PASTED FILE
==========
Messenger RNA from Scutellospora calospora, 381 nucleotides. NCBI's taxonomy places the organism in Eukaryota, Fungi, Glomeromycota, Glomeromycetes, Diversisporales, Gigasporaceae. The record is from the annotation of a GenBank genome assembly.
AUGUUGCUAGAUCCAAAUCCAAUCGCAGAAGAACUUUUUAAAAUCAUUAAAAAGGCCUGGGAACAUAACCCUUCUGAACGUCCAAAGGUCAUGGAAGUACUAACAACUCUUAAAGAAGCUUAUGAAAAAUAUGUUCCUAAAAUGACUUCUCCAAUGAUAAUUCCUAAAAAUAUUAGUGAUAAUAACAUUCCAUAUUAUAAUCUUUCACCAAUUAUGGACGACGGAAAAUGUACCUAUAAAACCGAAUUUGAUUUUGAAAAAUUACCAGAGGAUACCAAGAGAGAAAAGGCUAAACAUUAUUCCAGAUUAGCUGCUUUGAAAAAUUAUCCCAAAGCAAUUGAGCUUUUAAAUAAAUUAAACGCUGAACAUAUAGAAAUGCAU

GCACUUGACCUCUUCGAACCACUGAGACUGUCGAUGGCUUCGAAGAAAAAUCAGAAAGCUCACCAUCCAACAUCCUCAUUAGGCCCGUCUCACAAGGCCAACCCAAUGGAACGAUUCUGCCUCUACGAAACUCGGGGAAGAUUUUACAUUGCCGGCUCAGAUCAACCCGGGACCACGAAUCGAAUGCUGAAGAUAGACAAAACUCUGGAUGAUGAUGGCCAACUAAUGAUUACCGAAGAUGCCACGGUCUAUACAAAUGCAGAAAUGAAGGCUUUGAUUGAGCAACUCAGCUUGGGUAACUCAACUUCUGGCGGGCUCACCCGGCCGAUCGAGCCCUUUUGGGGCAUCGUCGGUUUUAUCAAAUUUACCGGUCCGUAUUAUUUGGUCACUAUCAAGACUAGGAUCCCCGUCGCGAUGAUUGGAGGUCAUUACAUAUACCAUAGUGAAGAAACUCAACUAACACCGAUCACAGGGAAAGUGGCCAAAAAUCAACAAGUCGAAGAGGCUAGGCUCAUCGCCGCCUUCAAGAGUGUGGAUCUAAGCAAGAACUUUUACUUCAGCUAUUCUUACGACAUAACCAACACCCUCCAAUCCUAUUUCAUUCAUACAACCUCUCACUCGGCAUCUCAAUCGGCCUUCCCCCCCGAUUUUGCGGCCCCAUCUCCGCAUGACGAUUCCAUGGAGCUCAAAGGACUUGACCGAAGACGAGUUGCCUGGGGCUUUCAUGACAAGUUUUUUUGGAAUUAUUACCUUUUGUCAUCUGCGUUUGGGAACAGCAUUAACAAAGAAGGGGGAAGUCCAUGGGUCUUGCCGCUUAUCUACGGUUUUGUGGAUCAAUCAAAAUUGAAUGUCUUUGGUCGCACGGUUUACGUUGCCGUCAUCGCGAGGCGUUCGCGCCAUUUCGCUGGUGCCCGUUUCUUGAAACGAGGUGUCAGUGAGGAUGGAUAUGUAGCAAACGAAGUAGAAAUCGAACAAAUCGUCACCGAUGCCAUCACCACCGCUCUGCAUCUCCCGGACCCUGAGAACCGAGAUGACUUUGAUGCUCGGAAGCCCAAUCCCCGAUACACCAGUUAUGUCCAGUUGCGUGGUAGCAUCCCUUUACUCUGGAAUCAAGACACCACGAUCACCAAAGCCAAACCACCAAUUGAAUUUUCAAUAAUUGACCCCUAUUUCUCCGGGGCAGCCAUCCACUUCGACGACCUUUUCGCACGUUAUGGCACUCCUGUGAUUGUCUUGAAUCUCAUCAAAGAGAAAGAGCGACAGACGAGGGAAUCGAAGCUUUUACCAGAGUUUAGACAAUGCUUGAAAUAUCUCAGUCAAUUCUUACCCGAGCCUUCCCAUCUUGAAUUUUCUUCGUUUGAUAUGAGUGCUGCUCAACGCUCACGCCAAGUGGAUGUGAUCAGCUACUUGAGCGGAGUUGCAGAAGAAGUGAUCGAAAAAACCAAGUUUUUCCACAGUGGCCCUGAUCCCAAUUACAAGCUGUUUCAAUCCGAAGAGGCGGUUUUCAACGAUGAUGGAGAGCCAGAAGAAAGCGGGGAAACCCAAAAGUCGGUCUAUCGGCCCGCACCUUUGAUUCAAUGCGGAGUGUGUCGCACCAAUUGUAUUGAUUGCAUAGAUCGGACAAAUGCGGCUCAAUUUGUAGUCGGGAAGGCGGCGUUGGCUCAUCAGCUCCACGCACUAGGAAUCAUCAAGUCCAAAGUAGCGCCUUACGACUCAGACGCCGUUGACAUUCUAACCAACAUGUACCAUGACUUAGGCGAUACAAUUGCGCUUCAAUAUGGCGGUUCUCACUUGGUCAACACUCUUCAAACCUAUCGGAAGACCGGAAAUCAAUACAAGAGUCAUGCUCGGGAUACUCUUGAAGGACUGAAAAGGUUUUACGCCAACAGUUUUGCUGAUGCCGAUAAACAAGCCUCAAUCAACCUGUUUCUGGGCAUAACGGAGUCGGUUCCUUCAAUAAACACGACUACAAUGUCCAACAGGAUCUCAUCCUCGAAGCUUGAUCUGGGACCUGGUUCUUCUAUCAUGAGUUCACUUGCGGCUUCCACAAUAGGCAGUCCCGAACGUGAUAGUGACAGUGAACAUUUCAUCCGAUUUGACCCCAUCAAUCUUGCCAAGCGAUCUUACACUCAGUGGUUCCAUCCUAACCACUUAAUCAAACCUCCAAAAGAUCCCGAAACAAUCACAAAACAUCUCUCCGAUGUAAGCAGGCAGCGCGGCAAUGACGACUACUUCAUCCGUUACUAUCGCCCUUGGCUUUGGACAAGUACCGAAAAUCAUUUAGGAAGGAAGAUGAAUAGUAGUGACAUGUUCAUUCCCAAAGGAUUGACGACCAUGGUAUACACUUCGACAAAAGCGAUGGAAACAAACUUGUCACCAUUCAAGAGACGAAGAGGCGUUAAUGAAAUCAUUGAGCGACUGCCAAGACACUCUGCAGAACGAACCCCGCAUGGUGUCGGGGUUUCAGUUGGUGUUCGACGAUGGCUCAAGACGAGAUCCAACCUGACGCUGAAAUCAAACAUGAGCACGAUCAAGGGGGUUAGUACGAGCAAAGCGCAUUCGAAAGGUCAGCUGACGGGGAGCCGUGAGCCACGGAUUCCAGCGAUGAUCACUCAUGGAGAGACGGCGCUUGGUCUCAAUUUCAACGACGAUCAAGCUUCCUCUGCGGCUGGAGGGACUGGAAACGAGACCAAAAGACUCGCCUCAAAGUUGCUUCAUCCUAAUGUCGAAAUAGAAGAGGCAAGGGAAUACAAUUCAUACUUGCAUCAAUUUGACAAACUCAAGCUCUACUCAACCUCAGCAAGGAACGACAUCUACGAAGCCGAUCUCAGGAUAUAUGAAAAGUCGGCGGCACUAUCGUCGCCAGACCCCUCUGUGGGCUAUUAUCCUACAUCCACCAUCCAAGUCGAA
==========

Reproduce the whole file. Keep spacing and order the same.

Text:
Messenger RNA from Scutellospora calospora, 381 nucleotides. NCBI's taxonomy places the organism in Eukaryota, Fungi, Glomeromycota, Glomeromycetes, Diversisporales, Gigasporaceae. The record is from the annotation of a GenBank genome assembly.
AUGUUGCUAGAUCCAAAUCCAAUCGCAGAAGAACUUUUUAAAAUCAUUAAAAAGGCCUGGGAACAUAACCCUUCUGAACGUCCAAAGGUCAUGGAAGUACUAACAACUCUUAAAGAAGCUUAUGAAAAAUAUGUUCCUAAAAUGACUUCUCCAAUGAUAAUUCCUAAAAAUAUUAGUGAUAAUAACAUUCCAUAUUAUAAUCUUUCACCAAUUAUGGACGACGGAAAAUGUACCUAUAAAACCGAAUUUGAUUUUGAAAAAUUACCAGAGGAUACCAAGAGAGAAAAGGCUAAACAUUAUUCCAGAUUAGCUGCUUUGAAAAAUUAUCCCAAAGCAAUUGAGCUUUUAAAUAAAUUAAACGCUGAACAUAUAGAAAUGCAU

GCACUUGACCUCUUCGAACCACUGAGACUGUCGAUGGCUUCGAAGAAAAAUCAGAAAGCUCACCAUCCAACAUCCUCAUUAGGCCCGUCUCACAAGGCCAACCCAAUGGAACGAUUCUGCCUCUACGAAACUCGGGGAAGAUUUUACAUUGCCGGCUCAGAUCAACCCGGGACCACGAAUCGAAUGCUGAAGAUAGACAAAACUCUGGAUGAUGAUGGCCAACUAAUGAUUACCGAAGAUGCCACGGUCUAUACAAAUGCAGAAAUGAAGGCUUUGAUUGAGCAACUCAGCUUGGGUAACUCAACUUCUGGCGGGCUCACCCGGCCGAUCGAGCCCUUUUGGGGCAUCGUCGGUUUUAUCAAAUUUACCGGUCCGUAUUAUUUGGUCACUAUCAAGACUAGGAUCCCCGUCGCGAUGAUUGGAGGUCAUUACAUAUACCAUAGUGAAGAAACUCAACUAACACCGAUCACAGGGAAAGUGGCCAAAAAUCAACAAGUCGAAGAGGCUAGGCUCAUCGCCGCCUUCAAGAGUGUGGAUCUAAGCAAGAACUUUUACUUCAGCUAUUCUUACGACAUAACCAACACCCUCCAAUCCUAUUUCAUUCAUACAACCUCUCACUCGGCAUCUCAAUCGGCCUUCCCCCCCGAUUUUGCGGCCCCAUCUCCGCAUGACGAUUCCAUGGAGCUCAAAGGACUUGACCGAAGACGAGUUGCCUGGGGCUUUCAUGACAAGUUUUUUUGGAAUUAUUACCUUUUGUCAUCUGCGUUUGGGAACAGCAUUAACAAAGAAGGGGGAAGUCCAUGGGUCUUGCCGCUUAUCUACGGUUUUGUGGAUCAAUCAAAAUUGAAUGUCUUUGGUCGCACGGUUUACGUUGCCGUCAUCGCGAGGCGUUCGCGCCAUUUCGCUGGUGCCCGUUUCUUGAAACGAGGUGUCAGUGAGGAUGGAUAUGUAGCAAACGAAGUAGAAAUCGAACAAAUCGUCACCGAUGCCAUCACCACCGCUCUGCAUCUCCCGGACCCUGAGAACCGAGAUGACUUUGAUGCUCGGAAGCCCAAUCCCCGAUACACCAGUUAUGUCCAGUUGCGUGGUAGCAUCCCUUUACUCUGGAAUCAAGACACCACGAUCACCAAAGCCAAACCACCAAUUGAAUUUUCAAUAAUUGACCCCUAUUUCUCCGGGGCAGCCAUCCACUUCGACGACCUUUUCGCACGUUAUGGCACUCCUGUGAUUGUCUUGAAUCUCAUCAAAGAGAAAGAGCGACAGACGAGGGAAUCGAAGCUUUUACCAGAGUUUAGACAAUGCUUGAAAUAUCUCAGUCAAUUCUUACCCGAGCCUUCCCAUCUUGAAUUUUCUUCGUUUGAUAUGAGUGCUGCUCAACGCUCACGCCAAGUGGAUGUGAUCAGCUACUUGAGCGGAGUUGCAGAAGAAGUGAUCGAAAAAACCAAGUUUUUCCACAGUGGCCCUGAUCCCAAUUACAAGCUGUUUCAAUCCGAAGAGGCGGUUUUCAACGAUGAUGGAGAGCCAGAAGAAAGCGGGGAAACCCAAAAGUCGGUCUAUCGGCCCGCACCUUUGAUUCAAUGCGGAGUGUGUCGCACCAAUUGUAUUGAUUGCAUAGAUCGGACAAAUGCGGCUCAAUUUGUAGUCGGGAAGGCGGCGUUGGCUCAUCAGCUCCACGCACUAGGAAUCAUCAAGUCCAAAGUAGCGCCUUACGACUCAGACGCCGUUGACAUUCUAACCAACAUGUACCAUGACUUAGGCGAUACAAUUGCGCUUCAAUAUGGCGGUUCUCACUUGGUCAACACUCUUCAAACCUAUCGGAAGACCGGAAAUCAAUACAAGAGUCAUGCUCGGGAUACUCUUGAAGGACUGAAAAGGUUUUACGCCAACAGUUUUGCUGAUGCCGAUAAACAAGCCUCAAUCAACCUGUUUCUGGGCAUAACGGAGUCGGUUCCUUCAAUAAACACGACUACAAUGUCCAACAGGAUCUCAUCCUCGAAGCUUGAUCUGGGACCUGGUUCUUCUAUCAUGAGUUCACUUGCGGCUUCCACAAUAGGCAGUCCCGAACGUGAUAGUGACAGUGAACAUUUCAUCCGAUUUGACCCCAUCAAUCUUGCCAAGCGAUCUUACACUCAGUGGUUCCAUCCUAACCACUUAAUCAAACCUCCAAAAGAUCCCGAAACAAUCACAAAACAUCUCUCCGAUGUAAGCAGGCAGCGCGGCAAUGACGACUACUUCAUCCGUUACUAUCGCCCUUGGCUUUGGACAAGUACCGAAAAUCAUUUAGGAAGGAAGAUGAAUAGUAGUGACAUGUUCAUUCCCAAAGGAUUGACGACCAUGGUAUACACUUCGACAAAAGCGAUGGAAACAAACUUGUCACCAUUCAAGAGACGAAGAGGCGUUAAUGAAAUCAUUGAGCGACUGCCAAGACACUCUGCAGAACGAACCCCGCAUGGUGUCGGGGUUUCAGUUGGUGUUCGACGAUGGCUCAAGACGAGAUCCAACCUGACGCUGAAAUCAAACAUGAGCACGAUCAAGGGGGUUAGUACGAGCAAAGCGCAUUCGAAAGGUCAGCUGACGGGGAGCCGUGAGCCACGGAUUCCAGCGAUGAUCACUCAUGGAGAGACGGCGCUUGGUCUCAAUUUCAACGACGAUCAAGCUUCCUCUGCGGCUGGAGGGACUGGAAACGAGACCAAAAGACUCGCCUCAAAGUUGCUUCAUCCUAAUGUCGAAAUAGAAGAGGCAAGGGAAUACAAUUCAUACUUGCAUCAAUUUGACAAACUCAAGCUCUACUCAACCUCAGCAAGGAACGACAUCUACGAAGCCGAUCUCAGGAUAUAUGAAAAGUCGGCGGCACUAUCGUCGCCAGACCCCUCUGUGGGCUAUUAUCCUACAUCCACCAUCCAAGUCGAA